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|Title:||Optimization and Standardization of Thermal Treatment as a Plasma Prefractionation Method for Proteomic Analysis|
Chulabhorn Research Institute
Faculty of Medicine, Ramathibodi Hospital, Mahidol University
Prince of Songkla University
Chulabhorn Graduate Institute
|Keywords:||Biochemistry, Genetics and Molecular Biology;Immunology and Microbiology|
|Citation:||BioMed Research International. Vol.2019, (2019)|
|Abstract:||© 2019 Wararat Chiangjong et al. Prefractionation is a prerequisite step for deep plasma proteomics. Highly abundant proteins, particularly human serum albumin (HSA) and immunoglobulin G (IgG), typically interfere with investigation of proteins with lower abundance. A relatively simple preparation method based on high temperature can precipitate thermolabile proteins, providing a strategic window to access the thermostable plasma subproteome. This study aimed to optimize thermal treatment as a reliable prefractionation method and to compare it with two commercial kits, including HSA and IgG immunodepletion (IMDP) and combinatorial peptide ligand libraries (CPLL), using untreated plasma as a control condition. By varying the temperature and the incubation period, the optimal condition was found as treatment at 95°C for 20 min, which maintained about 1% recovery yield of soluble proteins. Consistency and reproducibility of thermal treatment-derived plasma subproteome were checked by two-dimensional electrophoresis. The coefficient of variation regarding protein spot numbers was less than 10% among three independent specimens. Highly abundant protein depletion of the thermal treatment was evaluated by immunoblotting against HSA and IgG as compared to the untreated plasma, IMDP, and CPLL. Multidimensional comparison based on 489 unique peptides derived from the label-free quantitative mass spectrometry revealed that the thermal treatment, IMDP, and CPLL provided distinct sets of plasma subproteome compared to untreated plasma, and these appeared to be complementary to each other. Comparing the characteristics of the three procedures suggested that thermal treatment was more cost-effective and less time-consuming than IMDP and CPLL. This study proposes the use of thermal treatment as a reliable and cost-effective method for plasma prefractionation which provides benefits to large-scale proteomic projects and biomarker studies.|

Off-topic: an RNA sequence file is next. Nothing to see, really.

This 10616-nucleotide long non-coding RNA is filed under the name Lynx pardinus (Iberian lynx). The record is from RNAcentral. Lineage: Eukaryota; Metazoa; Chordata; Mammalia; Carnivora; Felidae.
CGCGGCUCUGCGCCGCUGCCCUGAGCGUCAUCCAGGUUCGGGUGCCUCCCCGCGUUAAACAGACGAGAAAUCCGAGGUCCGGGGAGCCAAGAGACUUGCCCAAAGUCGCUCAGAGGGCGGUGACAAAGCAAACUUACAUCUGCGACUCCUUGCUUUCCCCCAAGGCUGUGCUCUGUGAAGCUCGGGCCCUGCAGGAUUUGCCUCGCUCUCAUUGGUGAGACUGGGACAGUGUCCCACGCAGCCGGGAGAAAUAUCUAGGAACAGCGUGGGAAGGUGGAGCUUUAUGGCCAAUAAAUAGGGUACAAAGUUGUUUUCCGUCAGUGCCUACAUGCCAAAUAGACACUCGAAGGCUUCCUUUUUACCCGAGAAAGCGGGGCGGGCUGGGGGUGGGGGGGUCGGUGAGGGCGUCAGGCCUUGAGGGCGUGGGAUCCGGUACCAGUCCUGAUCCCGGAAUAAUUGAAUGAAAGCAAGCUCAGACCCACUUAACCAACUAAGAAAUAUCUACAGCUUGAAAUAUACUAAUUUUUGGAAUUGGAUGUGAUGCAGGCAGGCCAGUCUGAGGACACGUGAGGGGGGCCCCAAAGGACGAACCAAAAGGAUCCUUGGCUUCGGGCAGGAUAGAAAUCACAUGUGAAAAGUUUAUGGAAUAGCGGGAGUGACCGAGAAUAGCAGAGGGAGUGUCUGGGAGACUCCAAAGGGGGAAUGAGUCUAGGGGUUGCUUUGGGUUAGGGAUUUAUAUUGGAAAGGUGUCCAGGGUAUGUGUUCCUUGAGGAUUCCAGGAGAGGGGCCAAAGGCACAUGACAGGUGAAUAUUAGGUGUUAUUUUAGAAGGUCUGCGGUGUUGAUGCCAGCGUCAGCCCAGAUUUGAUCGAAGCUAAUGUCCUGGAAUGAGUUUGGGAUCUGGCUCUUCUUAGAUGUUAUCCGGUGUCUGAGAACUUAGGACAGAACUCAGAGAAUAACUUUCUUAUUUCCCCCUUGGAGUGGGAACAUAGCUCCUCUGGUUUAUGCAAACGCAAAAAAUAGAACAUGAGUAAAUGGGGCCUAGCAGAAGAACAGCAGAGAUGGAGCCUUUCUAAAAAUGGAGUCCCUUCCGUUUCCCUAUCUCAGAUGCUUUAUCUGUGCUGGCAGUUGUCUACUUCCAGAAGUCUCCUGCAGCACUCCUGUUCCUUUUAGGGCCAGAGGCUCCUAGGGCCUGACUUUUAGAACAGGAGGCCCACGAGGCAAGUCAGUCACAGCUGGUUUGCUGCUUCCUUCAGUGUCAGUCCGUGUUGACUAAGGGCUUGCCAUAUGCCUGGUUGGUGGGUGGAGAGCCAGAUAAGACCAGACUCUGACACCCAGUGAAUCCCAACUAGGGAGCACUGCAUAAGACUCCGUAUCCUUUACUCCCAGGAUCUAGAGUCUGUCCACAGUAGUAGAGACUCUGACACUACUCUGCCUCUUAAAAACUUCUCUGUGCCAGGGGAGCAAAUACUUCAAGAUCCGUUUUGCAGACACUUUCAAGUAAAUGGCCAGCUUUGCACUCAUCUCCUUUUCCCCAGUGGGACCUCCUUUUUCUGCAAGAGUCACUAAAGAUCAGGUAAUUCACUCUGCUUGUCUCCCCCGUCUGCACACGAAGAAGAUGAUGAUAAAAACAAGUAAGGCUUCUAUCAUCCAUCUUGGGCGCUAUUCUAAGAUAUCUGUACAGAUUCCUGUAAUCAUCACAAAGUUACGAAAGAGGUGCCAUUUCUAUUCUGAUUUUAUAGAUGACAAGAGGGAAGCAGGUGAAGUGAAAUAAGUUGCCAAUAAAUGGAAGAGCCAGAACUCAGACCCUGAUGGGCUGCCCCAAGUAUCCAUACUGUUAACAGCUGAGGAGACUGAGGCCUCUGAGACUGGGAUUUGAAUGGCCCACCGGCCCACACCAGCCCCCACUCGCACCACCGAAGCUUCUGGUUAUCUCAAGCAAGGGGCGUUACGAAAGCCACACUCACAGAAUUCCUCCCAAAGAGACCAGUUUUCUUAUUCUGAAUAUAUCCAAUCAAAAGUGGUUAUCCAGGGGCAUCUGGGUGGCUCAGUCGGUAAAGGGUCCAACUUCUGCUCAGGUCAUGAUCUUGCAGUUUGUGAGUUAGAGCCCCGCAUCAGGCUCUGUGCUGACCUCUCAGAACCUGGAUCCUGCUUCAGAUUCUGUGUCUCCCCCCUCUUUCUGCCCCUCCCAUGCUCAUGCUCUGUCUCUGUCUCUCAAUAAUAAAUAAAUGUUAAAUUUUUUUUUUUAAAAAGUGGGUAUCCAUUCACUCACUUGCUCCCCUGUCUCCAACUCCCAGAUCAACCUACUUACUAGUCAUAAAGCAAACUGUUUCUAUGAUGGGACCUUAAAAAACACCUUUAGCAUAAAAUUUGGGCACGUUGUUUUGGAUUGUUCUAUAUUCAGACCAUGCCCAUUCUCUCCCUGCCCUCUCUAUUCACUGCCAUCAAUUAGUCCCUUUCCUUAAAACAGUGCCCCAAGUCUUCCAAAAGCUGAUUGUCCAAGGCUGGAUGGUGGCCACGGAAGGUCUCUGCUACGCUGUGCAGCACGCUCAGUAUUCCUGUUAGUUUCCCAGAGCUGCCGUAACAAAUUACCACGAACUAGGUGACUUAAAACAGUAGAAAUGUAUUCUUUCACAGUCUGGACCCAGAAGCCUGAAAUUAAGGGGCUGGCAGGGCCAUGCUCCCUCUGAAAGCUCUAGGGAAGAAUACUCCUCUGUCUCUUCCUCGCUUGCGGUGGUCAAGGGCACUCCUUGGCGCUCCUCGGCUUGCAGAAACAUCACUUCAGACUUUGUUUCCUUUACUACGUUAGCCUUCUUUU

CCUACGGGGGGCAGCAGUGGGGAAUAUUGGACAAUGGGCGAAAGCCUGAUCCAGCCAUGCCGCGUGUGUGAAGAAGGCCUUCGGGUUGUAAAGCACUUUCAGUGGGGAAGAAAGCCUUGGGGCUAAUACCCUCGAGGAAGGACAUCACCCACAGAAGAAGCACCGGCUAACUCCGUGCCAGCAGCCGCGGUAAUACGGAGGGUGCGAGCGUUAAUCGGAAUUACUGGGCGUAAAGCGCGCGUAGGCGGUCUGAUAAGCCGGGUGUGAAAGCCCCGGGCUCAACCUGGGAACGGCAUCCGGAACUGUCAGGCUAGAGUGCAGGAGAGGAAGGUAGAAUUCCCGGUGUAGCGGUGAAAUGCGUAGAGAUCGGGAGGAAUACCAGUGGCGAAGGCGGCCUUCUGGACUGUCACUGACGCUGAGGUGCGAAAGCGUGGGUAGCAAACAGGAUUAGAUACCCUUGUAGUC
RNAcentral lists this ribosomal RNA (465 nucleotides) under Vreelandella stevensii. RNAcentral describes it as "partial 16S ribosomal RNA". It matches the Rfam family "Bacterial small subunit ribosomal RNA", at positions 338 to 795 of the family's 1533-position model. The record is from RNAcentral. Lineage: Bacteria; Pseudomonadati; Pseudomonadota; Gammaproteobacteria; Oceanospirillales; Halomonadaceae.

|Appears in Collections:||Scopus 2019|
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